Under the new tax package passed by the Republicans at the end of 2017, known as the Tax Cuts and Jobs Act, the IRS has additional options for penalties. The IRS can revoke passports for taxpayers who owe more than $50,000 in taxes, penalties, and interest. Moreover, the IRS can now also hire private contractors to collect delinquent taxes and penalties. Some tax penalties have also been increased.
Interest Assessed on Outstanding Tax
Interest is always charged on the outstanding taxes to compensate the federal government for the lost time value of the revenue. Applicable federal rates (AFR)are determined and published monthly by the IRS based on the existing federal short-term rate + 3%, compounded daily. The rates for tax refunds and deficiency assessments are the same, which, in December 2013, was 3.25% (= 0.25% short-term AFR + 3%). Interest rates on assessments begins running from the due date, excluding extensions, of the return.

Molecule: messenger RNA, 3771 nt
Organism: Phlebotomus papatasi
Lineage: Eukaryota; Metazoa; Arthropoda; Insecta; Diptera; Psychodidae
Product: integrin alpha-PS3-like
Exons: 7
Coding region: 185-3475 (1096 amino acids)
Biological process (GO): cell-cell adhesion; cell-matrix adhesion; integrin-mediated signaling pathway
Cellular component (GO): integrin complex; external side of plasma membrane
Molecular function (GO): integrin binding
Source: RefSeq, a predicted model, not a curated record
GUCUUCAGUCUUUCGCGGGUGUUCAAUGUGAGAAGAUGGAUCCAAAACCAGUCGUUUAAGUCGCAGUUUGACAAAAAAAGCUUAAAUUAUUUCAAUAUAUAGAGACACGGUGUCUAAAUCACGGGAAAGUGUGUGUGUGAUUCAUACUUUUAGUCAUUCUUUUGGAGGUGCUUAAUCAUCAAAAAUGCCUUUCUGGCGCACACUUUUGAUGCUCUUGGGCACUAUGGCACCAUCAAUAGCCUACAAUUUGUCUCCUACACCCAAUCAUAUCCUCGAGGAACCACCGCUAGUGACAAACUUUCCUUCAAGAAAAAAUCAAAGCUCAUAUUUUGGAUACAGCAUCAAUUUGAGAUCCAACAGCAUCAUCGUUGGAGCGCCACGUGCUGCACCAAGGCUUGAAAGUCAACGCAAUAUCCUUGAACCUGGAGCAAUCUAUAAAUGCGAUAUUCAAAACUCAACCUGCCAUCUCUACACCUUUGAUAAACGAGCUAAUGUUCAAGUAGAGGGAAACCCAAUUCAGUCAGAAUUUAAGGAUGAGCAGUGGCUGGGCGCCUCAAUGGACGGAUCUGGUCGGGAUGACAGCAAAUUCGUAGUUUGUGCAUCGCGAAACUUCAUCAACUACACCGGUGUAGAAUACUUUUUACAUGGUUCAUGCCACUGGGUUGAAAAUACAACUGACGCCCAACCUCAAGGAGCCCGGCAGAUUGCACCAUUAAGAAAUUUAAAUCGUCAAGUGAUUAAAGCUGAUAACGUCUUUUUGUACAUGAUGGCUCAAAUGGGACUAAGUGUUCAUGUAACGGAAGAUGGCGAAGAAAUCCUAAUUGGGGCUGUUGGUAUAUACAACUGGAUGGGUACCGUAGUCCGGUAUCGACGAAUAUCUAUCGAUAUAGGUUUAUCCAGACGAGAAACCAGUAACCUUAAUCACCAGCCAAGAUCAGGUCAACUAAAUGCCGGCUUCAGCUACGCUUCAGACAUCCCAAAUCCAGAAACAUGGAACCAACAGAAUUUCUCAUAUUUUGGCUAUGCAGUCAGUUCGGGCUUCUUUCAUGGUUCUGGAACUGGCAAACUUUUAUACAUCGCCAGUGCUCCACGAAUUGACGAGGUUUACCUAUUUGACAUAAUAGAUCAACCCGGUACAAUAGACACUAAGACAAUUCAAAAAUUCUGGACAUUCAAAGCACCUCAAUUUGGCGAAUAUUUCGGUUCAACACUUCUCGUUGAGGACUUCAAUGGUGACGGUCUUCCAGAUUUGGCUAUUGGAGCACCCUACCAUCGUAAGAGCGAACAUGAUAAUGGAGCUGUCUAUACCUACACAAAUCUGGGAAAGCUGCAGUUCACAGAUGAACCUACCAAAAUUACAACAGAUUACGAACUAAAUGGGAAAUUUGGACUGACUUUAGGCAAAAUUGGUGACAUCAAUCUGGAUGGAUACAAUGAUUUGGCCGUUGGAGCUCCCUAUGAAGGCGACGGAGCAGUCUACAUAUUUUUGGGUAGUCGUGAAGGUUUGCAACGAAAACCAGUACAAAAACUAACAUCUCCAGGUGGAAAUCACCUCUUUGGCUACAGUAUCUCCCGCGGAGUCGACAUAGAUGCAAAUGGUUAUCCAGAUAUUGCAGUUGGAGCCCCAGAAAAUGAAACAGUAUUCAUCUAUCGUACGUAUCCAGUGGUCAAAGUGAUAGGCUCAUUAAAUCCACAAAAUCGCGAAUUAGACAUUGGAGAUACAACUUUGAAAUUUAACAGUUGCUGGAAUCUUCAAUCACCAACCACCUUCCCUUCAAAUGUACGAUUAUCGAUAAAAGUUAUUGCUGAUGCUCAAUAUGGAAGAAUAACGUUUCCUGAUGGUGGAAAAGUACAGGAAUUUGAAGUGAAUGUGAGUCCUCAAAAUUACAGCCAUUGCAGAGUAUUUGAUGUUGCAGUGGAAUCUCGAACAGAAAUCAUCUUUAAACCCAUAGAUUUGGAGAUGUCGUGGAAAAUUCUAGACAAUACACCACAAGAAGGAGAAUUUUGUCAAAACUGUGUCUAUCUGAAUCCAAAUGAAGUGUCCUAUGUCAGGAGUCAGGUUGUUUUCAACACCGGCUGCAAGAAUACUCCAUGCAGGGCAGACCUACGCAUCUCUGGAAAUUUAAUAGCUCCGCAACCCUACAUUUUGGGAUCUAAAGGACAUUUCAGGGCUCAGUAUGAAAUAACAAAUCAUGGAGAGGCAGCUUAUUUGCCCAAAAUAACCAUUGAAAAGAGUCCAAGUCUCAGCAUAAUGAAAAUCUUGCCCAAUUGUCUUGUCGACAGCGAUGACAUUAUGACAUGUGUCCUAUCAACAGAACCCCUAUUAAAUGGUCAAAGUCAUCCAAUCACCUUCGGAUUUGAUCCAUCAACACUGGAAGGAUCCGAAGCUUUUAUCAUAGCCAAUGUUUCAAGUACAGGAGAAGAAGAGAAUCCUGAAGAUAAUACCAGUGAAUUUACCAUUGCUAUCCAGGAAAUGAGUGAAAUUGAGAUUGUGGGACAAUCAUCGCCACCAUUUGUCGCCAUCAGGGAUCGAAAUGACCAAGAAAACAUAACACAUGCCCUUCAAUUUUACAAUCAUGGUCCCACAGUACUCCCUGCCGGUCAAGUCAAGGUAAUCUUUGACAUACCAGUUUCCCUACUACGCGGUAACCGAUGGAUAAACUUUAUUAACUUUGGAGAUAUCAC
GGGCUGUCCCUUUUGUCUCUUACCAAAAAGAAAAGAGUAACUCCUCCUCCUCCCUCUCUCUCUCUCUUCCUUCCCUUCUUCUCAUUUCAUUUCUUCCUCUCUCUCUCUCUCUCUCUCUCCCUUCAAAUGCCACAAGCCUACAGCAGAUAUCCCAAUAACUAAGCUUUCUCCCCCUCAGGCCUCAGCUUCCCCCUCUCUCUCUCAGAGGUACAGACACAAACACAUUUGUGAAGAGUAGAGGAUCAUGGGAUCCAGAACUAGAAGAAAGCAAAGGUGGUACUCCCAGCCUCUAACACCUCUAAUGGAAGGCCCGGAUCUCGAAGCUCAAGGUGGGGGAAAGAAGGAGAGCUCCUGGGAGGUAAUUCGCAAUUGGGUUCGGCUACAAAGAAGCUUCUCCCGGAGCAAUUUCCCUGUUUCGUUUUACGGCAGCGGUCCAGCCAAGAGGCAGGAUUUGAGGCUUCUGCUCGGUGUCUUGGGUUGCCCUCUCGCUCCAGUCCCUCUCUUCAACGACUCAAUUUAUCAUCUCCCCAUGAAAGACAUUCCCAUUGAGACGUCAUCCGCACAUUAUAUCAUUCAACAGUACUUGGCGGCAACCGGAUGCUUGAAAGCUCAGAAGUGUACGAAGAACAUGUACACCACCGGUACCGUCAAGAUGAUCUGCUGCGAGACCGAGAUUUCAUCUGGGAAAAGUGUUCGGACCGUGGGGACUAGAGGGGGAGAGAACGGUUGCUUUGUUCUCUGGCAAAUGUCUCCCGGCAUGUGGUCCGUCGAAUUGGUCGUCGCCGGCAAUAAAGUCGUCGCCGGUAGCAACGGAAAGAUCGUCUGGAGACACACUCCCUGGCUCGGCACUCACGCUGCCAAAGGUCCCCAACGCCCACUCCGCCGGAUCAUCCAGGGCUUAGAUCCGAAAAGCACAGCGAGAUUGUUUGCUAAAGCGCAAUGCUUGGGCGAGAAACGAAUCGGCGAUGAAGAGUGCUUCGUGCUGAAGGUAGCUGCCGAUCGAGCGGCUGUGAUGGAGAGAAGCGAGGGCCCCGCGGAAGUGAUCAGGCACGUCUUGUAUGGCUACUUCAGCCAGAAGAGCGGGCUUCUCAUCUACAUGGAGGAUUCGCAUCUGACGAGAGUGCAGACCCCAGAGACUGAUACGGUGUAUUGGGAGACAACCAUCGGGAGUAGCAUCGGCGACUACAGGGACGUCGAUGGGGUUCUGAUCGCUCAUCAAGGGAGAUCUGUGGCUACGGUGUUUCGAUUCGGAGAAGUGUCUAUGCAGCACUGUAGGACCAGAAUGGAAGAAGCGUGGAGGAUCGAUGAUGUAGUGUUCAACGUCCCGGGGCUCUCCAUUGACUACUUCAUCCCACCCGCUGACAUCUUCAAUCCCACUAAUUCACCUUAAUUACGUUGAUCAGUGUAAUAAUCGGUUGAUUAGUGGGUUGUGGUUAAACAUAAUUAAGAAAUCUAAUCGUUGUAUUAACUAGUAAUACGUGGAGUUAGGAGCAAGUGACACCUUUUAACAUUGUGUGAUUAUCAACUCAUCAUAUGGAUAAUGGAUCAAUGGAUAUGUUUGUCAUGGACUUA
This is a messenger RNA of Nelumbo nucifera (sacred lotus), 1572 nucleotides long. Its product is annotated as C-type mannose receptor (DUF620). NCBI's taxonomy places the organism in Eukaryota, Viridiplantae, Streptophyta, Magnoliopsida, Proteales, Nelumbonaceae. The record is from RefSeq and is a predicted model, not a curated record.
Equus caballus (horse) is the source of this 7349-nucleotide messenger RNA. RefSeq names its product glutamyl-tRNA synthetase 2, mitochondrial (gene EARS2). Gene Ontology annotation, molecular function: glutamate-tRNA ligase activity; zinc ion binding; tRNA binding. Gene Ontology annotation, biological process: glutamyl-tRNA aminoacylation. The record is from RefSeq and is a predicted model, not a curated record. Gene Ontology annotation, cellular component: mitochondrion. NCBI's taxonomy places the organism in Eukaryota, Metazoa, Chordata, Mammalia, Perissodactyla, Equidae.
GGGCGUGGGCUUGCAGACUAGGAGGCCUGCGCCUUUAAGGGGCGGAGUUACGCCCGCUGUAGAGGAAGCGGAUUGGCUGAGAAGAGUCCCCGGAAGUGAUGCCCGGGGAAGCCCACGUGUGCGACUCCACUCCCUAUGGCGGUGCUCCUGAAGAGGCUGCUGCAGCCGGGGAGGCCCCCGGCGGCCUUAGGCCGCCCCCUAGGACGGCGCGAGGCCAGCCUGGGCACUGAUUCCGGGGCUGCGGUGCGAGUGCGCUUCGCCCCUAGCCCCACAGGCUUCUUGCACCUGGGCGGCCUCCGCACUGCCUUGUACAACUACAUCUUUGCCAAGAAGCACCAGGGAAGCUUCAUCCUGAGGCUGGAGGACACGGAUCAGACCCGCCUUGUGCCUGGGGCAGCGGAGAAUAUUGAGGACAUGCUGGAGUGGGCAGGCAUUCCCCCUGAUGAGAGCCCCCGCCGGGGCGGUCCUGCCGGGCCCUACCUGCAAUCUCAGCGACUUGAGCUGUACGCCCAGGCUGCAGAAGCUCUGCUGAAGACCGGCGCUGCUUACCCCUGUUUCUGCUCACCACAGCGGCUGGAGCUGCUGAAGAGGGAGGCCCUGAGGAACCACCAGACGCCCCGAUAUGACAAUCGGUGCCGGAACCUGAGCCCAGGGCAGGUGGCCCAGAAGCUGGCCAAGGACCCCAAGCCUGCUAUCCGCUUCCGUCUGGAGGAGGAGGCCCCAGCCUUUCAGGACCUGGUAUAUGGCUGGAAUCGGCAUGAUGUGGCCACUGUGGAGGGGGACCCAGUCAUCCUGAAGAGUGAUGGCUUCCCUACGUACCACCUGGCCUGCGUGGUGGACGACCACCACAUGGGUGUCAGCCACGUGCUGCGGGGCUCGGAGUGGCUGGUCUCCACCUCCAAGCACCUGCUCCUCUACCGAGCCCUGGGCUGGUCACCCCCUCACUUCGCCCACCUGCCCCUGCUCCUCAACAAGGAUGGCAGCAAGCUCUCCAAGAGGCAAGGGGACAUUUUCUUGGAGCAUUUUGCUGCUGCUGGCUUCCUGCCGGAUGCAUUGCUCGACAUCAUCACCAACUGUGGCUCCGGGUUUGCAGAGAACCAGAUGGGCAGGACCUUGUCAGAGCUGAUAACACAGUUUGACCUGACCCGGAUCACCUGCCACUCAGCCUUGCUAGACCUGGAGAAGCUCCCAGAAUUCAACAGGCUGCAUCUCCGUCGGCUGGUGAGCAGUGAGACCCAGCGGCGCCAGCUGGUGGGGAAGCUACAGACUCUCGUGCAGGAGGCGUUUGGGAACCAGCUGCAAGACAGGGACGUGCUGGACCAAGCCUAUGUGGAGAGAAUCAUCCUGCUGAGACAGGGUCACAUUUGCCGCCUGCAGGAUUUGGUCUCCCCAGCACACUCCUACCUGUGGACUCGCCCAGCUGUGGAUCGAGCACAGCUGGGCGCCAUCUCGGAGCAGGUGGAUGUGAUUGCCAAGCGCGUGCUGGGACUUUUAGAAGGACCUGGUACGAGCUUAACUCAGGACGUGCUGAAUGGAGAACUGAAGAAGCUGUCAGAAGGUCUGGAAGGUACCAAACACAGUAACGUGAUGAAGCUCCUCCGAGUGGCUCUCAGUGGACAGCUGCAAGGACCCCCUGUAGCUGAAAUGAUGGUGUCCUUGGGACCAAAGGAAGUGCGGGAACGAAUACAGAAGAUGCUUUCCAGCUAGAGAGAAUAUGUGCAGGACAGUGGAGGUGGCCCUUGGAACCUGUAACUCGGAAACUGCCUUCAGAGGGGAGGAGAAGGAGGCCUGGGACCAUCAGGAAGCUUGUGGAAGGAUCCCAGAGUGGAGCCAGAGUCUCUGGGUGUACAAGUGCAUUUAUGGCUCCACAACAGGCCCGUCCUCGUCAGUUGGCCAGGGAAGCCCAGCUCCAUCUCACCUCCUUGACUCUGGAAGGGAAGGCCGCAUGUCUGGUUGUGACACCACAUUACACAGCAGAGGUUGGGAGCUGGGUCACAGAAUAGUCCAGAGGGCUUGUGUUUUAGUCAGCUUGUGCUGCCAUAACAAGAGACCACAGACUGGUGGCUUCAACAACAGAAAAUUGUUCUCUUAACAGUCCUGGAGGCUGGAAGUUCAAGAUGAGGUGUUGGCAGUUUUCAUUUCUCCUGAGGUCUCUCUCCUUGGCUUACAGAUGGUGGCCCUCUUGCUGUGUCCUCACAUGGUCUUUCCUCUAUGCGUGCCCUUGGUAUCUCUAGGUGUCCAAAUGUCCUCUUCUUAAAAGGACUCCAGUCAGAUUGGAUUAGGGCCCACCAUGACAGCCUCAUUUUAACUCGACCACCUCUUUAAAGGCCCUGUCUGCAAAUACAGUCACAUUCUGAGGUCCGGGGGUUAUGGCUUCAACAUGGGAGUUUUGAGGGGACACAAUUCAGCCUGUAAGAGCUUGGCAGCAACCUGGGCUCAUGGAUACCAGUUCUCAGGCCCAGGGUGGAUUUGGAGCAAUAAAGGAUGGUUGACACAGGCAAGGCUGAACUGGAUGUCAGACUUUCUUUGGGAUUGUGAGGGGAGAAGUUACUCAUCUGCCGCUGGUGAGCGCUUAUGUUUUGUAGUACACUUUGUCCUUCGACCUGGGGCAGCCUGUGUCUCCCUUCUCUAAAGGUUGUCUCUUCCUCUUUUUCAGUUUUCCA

Although the IRS pays interest on overpayments of tax, no interest is paid if the overpayments are refunded to the taxpayer within 45 days of the due date of the return, even if the return was filed earlier. Note that if an extension was filed, but the taxpayer failed to file even by the extended date, then any penalties are calculated from the original due date of the return, without the extension.
Failure to Pay Estimated Tax Penalty